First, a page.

I was excited to try this race out, because I'd heard a lot of good stuff about Rev3, and I figured this was close to home. It also had both a half and an Olympic, which meant Bailey and I could race our preferred distances at the same time and place, in a bigger race, but still sleep at home. Win-win-win-win (well, I'm not really counting how many wins, but it was a win in a lot of directions)
It was an ungodly early morning, leaving my apartment at 3:45 to make it up to Williamsburg on time to set up T2 and then get on a shuttle to finish setting up T1 and warm up. Pre-race was about what you'd expect, except the last minute announcement that the flow of T1 would be reversed due to cars parked out in the wrong areas. Frankly, I was pretty happy about it, because the planned exit of T1 was the same sketchy road I was unsure about for Patriot's Sprint last year. There was supposed to be a 15 minute gap between the last half wave and my wave, the first Oly wave, but I figured that I would be running into all the 35+ minute half swimmers, and I really didn't want to be putting my shoes on swerving around people that would be all over the patchy, narrow road. I only heard the announcement about the change in T1 flow once, and I knew Bailey was out in the water warming up, so I went out to go find her and tell her because I knew that'd throw her off, no matter how many volunteers would be there directing her the new way. In wading out into the water to find her, though, I decided it would be a good decision to drop my cap and goggles into the brown water while I pulled my wetsuit up over my shoulders. That was stupid. Fortunately I found my cap, but I was floundering around for a few minutes looking for my goggles when I realized I had to cut my losses. I sprinted up to the transition area and grabbed my extra pair of goggles out of my bag, then back down to the water to splash around to finish warming up.
The swim started from the beach and had a good bit of run and dolphin dive, so after about a minute of that I decided I'd rather swim with T-rex arms than try to see if I could hit my max heart rate before the first turn buoy. I settled into a lead until near the first turn buoy, when another guy passed, then another who opted to go sans wetsuit passed me shortly thereafter. I tried to hold feet as we turned into the current, but lost them after a couple of bad strokes/sights, so there I was, plowing my own water against the current in 3rd, with sizeable gaps to 2nd and 4th. Here's what's funny about the current thing, though: being the good coastie I am, I checked the NOAA Tides and Currents website to see what the predicted current would be for the area. Thinking through and seeing that slack tide (no movement of water) was at 8:15 and we were starting somewhere around 7, I thought, "oh, we'll be fine, especially because it's only a max current of 1.5 kts. Absolute max it will be when we're swimming is less than 1 knot." Well, I'm kind of an idiot, then. Sure, 1 kt of current isn't a big deal to a ship, but to a person? Yea...I didn't fully think that through in calming myself/other people I knew down about the possibility of a current. For the non-nautical/non-Google-inclined, a "knot" is one nautical mile per hour, aka 2,000 yds per hour, aka 3:00/100yd pace. So it's like swimming against an infinite pool set to the 3:00/100 setting. Sure, most triathletes are going to make progress, but there will be some who won't, and everybody will be slowed down significantly. Oh well.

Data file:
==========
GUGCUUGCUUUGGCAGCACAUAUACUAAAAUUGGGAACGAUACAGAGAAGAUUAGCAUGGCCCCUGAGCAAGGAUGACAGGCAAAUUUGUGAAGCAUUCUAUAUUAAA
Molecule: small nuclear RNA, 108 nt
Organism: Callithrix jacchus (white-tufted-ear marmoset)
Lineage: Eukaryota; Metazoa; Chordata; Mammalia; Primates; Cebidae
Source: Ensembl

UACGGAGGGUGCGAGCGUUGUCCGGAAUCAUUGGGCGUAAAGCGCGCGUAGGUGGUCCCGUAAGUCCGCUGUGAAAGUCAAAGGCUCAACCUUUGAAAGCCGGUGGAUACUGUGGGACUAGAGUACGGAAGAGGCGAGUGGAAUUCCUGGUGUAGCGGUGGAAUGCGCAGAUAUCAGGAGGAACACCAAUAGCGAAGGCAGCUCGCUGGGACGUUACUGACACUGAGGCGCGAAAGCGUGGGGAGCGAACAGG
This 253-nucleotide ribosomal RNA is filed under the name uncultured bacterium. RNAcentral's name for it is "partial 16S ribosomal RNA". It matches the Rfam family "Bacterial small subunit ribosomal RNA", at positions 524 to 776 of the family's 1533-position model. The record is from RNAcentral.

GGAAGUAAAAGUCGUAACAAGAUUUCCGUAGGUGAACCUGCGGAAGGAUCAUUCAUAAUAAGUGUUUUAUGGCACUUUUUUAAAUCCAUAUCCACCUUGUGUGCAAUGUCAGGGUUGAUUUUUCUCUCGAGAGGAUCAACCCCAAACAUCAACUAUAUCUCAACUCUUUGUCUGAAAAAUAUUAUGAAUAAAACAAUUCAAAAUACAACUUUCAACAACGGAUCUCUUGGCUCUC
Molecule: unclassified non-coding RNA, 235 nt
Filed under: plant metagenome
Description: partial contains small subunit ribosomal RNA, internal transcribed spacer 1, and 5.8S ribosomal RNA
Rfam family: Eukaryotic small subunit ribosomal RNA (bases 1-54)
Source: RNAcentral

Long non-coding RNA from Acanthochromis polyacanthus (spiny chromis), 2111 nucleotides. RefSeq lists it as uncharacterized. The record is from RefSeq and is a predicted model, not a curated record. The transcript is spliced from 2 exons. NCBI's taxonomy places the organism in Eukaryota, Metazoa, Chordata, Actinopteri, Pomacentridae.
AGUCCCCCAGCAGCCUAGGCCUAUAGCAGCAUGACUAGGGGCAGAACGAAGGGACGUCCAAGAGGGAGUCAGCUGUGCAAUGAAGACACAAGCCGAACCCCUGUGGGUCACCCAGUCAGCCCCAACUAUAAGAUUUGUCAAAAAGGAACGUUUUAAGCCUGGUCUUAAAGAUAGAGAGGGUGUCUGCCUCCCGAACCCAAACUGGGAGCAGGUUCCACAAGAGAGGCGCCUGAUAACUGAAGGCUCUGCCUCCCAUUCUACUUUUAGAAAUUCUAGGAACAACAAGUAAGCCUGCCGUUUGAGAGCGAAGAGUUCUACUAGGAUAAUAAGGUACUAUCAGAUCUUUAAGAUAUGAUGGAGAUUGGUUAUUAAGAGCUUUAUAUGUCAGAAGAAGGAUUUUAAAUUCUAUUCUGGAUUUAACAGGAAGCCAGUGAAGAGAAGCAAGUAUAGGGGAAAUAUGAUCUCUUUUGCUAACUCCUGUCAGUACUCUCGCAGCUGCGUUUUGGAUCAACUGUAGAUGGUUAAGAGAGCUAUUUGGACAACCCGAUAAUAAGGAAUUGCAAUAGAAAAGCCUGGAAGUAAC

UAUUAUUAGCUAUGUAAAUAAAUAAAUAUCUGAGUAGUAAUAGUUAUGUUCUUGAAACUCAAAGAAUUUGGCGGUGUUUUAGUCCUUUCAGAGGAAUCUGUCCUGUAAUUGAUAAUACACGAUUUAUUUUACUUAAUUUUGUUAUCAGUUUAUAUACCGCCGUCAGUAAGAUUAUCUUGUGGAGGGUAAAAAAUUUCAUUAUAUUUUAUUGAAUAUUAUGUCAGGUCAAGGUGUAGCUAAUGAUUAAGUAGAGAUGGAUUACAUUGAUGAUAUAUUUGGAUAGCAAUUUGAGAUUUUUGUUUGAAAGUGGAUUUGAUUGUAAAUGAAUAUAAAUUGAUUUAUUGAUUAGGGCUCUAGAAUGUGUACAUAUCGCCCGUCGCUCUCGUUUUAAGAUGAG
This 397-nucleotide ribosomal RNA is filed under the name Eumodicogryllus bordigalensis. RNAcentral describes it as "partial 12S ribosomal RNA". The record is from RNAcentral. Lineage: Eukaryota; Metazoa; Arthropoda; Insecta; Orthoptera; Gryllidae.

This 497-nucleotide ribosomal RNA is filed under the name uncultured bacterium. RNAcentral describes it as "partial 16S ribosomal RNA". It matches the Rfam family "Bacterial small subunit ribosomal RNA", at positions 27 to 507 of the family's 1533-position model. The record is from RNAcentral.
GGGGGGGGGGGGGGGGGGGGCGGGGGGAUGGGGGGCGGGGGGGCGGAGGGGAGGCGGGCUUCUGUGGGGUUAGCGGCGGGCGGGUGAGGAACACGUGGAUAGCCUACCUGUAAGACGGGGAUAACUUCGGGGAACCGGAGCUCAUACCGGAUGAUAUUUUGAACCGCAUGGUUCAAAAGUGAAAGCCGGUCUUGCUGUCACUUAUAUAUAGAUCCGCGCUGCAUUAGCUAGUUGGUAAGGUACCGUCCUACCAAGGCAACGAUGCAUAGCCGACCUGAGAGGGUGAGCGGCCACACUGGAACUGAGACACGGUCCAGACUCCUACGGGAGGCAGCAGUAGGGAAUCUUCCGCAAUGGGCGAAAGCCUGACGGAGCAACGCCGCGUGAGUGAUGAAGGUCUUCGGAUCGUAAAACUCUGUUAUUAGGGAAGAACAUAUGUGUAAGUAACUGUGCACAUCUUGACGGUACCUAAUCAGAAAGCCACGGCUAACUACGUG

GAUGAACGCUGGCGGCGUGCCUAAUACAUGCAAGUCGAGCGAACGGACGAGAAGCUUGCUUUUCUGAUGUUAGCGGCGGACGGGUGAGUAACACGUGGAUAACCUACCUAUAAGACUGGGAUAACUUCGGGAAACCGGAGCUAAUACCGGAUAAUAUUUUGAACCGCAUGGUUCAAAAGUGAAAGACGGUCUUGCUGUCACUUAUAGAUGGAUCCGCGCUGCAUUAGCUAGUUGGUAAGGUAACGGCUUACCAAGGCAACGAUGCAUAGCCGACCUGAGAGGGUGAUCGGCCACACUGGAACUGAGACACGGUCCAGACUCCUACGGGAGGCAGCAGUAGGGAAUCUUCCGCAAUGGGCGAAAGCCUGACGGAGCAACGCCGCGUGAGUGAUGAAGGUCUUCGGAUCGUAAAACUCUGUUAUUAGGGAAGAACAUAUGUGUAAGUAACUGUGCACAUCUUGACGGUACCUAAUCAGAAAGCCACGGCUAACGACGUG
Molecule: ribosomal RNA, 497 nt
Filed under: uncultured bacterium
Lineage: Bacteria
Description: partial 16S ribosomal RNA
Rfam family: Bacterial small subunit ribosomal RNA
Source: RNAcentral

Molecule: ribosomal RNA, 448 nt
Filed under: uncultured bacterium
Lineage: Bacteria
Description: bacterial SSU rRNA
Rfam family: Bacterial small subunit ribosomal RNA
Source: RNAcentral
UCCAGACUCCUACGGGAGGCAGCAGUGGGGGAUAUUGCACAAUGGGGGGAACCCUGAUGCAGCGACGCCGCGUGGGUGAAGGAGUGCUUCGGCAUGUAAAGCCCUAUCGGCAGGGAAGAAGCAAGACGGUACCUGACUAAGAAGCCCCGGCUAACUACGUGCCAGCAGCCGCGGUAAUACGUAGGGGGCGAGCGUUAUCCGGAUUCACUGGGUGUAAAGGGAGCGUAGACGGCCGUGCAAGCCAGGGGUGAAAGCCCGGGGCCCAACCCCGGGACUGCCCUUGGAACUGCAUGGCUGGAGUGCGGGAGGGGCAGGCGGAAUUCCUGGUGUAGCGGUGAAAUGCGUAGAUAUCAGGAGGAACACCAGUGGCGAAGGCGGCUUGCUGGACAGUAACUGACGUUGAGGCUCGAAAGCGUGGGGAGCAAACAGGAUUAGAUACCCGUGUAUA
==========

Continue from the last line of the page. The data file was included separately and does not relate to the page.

The rest of the swim was pretty uneventful aside from the occasional half swimmer who decided to cut their course/swim perpendicular to mine. Exiting the water was similar to entering with the near-heart-attack experience, but I made it through and up the long, grassy run up to T1. I noticed another guy in the same rack as my bike, and he seemed to be taking his time, said he'd been the first out of the water. I left T1 and got on my bike, not sure whether I was in the lead at this point or not. Regardless, I knew I had to at least build a lead of some sort on the bike, so I just went with it.